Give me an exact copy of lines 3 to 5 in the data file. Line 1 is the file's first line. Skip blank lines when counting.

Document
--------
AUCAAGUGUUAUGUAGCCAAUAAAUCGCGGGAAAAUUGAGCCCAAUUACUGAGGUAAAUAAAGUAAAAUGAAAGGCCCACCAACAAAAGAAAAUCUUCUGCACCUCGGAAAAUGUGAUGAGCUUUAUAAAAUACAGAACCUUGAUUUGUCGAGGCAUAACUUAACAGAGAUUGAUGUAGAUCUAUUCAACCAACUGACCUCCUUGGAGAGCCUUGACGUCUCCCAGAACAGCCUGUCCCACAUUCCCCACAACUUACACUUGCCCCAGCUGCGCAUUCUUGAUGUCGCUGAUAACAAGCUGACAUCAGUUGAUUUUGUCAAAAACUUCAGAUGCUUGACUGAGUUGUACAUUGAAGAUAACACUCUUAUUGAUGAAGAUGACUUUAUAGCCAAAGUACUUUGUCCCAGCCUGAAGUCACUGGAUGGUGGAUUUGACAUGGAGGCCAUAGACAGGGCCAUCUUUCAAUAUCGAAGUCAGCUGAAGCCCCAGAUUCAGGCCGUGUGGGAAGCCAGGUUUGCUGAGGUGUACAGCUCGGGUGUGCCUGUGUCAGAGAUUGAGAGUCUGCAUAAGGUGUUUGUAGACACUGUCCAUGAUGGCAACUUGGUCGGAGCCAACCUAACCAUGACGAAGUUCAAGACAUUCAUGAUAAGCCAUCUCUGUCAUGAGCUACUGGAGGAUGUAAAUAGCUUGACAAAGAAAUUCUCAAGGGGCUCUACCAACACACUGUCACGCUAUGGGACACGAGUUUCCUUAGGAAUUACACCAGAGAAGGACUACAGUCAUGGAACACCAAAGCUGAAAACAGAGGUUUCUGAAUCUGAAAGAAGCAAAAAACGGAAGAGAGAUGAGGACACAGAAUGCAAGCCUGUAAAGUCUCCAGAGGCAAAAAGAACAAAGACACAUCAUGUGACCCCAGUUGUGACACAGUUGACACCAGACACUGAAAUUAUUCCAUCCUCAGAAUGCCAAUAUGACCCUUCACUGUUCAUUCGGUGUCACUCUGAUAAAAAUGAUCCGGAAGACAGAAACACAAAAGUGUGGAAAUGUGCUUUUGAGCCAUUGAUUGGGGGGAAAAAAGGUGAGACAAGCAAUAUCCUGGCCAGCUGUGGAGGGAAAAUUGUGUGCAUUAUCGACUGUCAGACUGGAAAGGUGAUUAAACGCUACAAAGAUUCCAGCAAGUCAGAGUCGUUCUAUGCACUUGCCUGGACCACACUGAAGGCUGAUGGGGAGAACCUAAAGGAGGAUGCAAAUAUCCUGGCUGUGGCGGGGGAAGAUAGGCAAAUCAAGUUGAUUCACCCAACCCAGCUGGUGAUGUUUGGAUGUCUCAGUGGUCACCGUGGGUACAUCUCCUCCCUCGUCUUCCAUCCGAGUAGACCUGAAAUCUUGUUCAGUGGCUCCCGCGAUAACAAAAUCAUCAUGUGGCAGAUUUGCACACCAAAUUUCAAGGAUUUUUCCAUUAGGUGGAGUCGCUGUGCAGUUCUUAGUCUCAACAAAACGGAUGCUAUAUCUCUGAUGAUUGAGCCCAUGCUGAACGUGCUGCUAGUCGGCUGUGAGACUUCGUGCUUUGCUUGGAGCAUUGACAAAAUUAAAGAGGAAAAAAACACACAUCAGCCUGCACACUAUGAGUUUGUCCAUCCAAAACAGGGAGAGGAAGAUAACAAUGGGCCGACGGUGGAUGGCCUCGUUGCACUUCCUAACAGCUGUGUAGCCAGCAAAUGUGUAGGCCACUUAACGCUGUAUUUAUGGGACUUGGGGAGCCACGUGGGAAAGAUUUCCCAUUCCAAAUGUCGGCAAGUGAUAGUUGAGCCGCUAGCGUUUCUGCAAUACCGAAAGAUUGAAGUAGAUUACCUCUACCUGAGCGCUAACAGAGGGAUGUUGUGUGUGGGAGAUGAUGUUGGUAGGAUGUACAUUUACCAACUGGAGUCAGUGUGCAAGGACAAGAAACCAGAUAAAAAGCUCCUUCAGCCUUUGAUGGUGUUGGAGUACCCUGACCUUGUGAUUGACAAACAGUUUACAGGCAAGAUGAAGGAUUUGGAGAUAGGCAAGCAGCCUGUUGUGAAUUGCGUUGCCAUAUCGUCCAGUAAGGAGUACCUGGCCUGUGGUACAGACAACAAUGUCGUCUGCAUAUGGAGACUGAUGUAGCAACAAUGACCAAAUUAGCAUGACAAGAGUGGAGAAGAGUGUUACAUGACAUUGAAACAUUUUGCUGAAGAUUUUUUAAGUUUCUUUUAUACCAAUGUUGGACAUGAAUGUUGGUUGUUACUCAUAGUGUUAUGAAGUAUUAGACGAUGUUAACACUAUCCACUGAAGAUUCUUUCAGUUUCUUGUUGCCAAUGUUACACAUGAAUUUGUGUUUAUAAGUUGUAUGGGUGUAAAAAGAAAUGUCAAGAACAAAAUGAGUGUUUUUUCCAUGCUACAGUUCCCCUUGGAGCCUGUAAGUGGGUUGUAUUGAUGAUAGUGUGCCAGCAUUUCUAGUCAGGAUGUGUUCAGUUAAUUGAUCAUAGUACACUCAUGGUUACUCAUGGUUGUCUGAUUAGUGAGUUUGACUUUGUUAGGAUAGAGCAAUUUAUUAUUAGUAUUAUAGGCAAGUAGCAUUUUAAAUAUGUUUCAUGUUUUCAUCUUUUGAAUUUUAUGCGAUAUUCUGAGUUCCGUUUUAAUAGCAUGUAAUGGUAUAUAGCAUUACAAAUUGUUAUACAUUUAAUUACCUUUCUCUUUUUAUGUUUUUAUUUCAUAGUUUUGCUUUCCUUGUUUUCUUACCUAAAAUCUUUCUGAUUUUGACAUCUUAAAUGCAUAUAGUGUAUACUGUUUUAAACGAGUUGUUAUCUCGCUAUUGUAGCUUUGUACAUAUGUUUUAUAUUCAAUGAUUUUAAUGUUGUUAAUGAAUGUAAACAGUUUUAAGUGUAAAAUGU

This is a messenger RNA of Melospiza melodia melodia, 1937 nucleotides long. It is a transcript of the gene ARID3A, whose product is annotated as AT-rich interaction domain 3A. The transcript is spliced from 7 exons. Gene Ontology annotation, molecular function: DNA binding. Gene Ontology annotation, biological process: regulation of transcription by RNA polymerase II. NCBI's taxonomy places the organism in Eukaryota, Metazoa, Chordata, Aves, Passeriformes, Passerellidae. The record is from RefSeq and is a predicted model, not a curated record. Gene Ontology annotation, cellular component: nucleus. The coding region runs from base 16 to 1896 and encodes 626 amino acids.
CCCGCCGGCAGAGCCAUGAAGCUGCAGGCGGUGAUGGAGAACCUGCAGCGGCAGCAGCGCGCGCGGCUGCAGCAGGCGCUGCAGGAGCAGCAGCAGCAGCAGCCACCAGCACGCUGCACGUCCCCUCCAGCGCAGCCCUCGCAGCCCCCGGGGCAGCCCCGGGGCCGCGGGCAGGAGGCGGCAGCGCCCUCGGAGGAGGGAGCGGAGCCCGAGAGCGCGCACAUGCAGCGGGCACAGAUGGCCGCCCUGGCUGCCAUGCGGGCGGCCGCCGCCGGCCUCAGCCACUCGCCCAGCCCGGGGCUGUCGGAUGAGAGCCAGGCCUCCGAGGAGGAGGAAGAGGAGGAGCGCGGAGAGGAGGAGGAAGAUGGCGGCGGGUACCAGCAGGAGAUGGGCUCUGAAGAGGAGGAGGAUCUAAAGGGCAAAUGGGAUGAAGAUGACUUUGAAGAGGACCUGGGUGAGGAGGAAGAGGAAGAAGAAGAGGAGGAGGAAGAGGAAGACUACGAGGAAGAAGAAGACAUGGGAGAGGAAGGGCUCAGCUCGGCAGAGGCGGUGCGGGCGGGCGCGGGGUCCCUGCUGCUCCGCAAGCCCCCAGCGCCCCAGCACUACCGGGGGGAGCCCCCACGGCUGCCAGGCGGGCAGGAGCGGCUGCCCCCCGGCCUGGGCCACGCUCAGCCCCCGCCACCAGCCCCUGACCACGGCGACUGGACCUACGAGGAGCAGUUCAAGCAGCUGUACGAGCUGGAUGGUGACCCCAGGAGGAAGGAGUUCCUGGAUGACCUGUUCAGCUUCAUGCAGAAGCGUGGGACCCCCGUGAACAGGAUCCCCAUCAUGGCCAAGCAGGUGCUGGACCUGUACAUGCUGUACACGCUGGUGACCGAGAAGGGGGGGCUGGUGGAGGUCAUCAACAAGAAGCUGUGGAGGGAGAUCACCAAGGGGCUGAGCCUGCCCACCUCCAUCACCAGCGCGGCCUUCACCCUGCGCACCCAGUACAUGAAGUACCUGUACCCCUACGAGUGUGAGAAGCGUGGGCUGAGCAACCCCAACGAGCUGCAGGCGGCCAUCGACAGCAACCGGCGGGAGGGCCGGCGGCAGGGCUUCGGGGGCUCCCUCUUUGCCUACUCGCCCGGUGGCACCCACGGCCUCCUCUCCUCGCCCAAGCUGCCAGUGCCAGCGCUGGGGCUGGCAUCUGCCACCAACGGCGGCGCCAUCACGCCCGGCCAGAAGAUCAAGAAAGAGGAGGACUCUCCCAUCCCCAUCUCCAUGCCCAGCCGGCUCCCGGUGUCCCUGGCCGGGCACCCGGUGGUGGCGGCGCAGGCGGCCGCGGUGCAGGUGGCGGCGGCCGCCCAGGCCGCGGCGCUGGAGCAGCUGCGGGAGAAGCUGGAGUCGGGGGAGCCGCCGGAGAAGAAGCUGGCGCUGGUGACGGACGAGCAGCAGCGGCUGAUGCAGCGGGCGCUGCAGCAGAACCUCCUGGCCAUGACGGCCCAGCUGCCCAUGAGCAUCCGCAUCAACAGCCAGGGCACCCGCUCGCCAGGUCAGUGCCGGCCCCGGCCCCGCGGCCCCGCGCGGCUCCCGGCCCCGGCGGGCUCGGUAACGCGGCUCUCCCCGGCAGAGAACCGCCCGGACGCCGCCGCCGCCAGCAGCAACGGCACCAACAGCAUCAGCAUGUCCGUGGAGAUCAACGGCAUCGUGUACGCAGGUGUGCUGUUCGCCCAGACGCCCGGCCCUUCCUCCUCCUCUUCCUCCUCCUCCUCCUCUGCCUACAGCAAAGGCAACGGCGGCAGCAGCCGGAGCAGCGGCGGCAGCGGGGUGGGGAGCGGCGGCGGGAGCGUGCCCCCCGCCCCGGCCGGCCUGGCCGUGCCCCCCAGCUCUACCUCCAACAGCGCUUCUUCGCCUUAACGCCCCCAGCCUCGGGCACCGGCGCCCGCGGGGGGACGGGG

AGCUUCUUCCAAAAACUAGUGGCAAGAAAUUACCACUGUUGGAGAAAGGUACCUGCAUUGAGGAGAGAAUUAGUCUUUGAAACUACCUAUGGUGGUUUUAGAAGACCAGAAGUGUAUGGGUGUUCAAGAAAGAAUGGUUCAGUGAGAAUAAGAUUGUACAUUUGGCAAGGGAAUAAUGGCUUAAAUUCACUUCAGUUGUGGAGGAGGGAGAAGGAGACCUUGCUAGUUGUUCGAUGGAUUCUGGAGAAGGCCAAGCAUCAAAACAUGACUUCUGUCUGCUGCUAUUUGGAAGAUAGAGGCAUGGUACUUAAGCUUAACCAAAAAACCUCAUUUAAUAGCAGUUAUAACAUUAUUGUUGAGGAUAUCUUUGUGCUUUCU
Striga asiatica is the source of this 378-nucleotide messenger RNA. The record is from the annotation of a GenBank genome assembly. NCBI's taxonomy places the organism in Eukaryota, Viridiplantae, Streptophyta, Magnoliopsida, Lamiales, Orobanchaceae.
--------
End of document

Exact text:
CCCGCCGGCAGAGCCAUGAAGCUGCAGGCGGUGAUGGAGAACCUGCAGCGGCAGCAGCGCGCGCGGCUGCAGCAGGCGCUGCAGGAGCAGCAGCAGCAGCAGCCACCAGCACGCUGCACGUCCCCUCCAGCGCAGCCCUCGCAGCCCCCGGGGCAGCCCCGGGGCCGCGGGCAGGAGGCGGCAGCGCCCUCGGAGGAGGGAGCGGAGCCCGAGAGCGCGCACAUGCAGCGGGCACAGAUGGCCGCCCUGGCUGCCAUGCGGGCGGCCGCCGCCGGCCUCAGCCACUCGCCCAGCCCGGGGCUGUCGGAUGAGAGCCAGGCCUCCGAGGAGGAGGAAGAGGAGGAGCGCGGAGAGGAGGAGGAAGAUGGCGGCGGGUACCAGCAGGAGAUGGGCUCUGAAGAGGAGGAGGAUCUAAAGGGCAAAUGGGAUGAAGAUGACUUUGAAGAGGACCUGGGUGAGGAGGAAGAGGAAGAAGAAGAGGAGGAGGAAGAGGAAGACUACGAGGAAGAAGAAGACAUGGGAGAGGAAGGGCUCAGCUCGGCAGAGGCGGUGCGGGCGGGCGCGGGGUCCCUGCUGCUCCGCAAGCCCCCAGCGCCCCAGCACUACCGGGGGGAGCCCCCACGGCUGCCAGGCGGGCAGGAGCGGCUGCCCCCCGGCCUGGGCCACGCUCAGCCCCCGCCACCAGCCCCUGACCACGGCGACUGGACCUACGAGGAGCAGUUCAAGCAGCUGUACGAGCUGGAUGGUGACCCCAGGAGGAAGGAGUUCCUGGAUGACCUGUUCAGCUUCAUGCAGAAGCGUGGGACCCCCGUGAACAGGAUCCCCAUCAUGGCCAAGCAGGUGCUGGACCUGUACAUGCUGUACACGCUGGUGACCGAGAAGGGGGGGCUGGUGGAGGUCAUCAACAAGAAGCUGUGGAGGGAGAUCACCAAGGGGCUGAGCCUGCCCACCUCCAUCACCAGCGCGGCCUUCACCCUGCGCACCCAGUACAUGAAGUACCUGUACCCCUACGAGUGUGAGAAGCGUGGGCUGAGCAACCCCAACGAGCUGCAGGCGGCCAUCGACAGCAACCGGCGGGAGGGCCGGCGGCAGGGCUUCGGGGGCUCCCUCUUUGCCUACUCGCCCGGUGGCACCCACGGCCUCCUCUCCUCGCCCAAGCUGCCAGUGCCAGCGCUGGGGCUGGCAUCUGCCACCAACGGCGGCGCCAUCACGCCCGGCCAGAAGAUCAAGAAAGAGGAGGACUCUCCCAUCCCCAUCUCCAUGCCCAGCCGGCUCCCGGUGUCCCUGGCCGGGCACCCGGUGGUGGCGGCGCAGGCGGCCGCGGUGCAGGUGGCGGCGGCCGCCCAGGCCGCGGCGCUGGAGCAGCUGCGGGAGAAGCUGGAGUCGGGGGAGCCGCCGGAGAAGAAGCUGGCGCUGGUGACGGACGAGCAGCAGCGGCUGAUGCAGCGGGCGCUGCAGCAGAACCUCCUGGCCAUGACGGCCCAGCUGCCCAUGAGCAUCCGCAUCAACAGCCAGGGCACCCGCUCGCCAGGUCAGUGCCGGCCCCGGCCCCGCGGCCCCGCGCGGCUCCCGGCCCCGGCGGGCUCGGUAACGCGGCUCUCCCCGGCAGAGAACCGCCCGGACGCCGCCGCCGCCAGCAGCAACGGCACCAACAGCAUCAGCAUGUCCGUGGAGAUCAACGGCAUCGUGUACGCAGGUGUGCUGUUCGCCCAGACGCCCGGCCCUUCCUCCUCCUCUUCCUCCUCCUCCUCCUCUGCCUACAGCAAAGGCAACGGCGGCAGCAGCCGGAGCAGCGGCGGCAGCGGGGUGGGGAGCGGCGGCGGGAGCGUGCCCCCCGCCCCGGCCGGCCUGGCCGUGCCCCCCAGCUCUACCUCCAACAGCGCUUCUUCGCCUUAACGCCCCCAGCCUCGGGCACCGGCGCCCGCGGGGGGACGGGG

AGCUUCUUCCAAAAACUAGUGGCAAGAAAUUACCACUGUUGGAGAAAGGUACCUGCAUUGAGGAGAGAAUUAGUCUUUGAAACUACCUAUGGUGGUUUUAGAAGACCAGAAGUGUAUGGGUGUUCAAGAAAGAAUGGUUCAGUGAGAAUAAGAUUGUACAUUUGGCAAGGGAAUAAUGGCUUAAAUUCACUUCAGUUGUGGAGGAGGGAGAAGGAGACCUUGCUAGUUGUUCGAUGGAUUCUGGAGAAGGCCAAGCAUCAAAACAUGACUUCUGUCUGCUGCUAUUUGGAAGAUAGAGGCAUGGUACUUAAGCUUAACCAAAAAACCUCAUUUAAUAGCAGUUAUAACAUUAUUGUUGAGGAUAUCUUUGUGCUUUCU
Striga asiatica is the source of this 378-nucleotide messenger RNA. The record is from the annotation of a GenBank genome assembly. NCBI's taxonomy places the organism in Eukaryota, Viridiplantae, Streptophyta, Magnoliopsida, Lamiales, Orobanchaceae.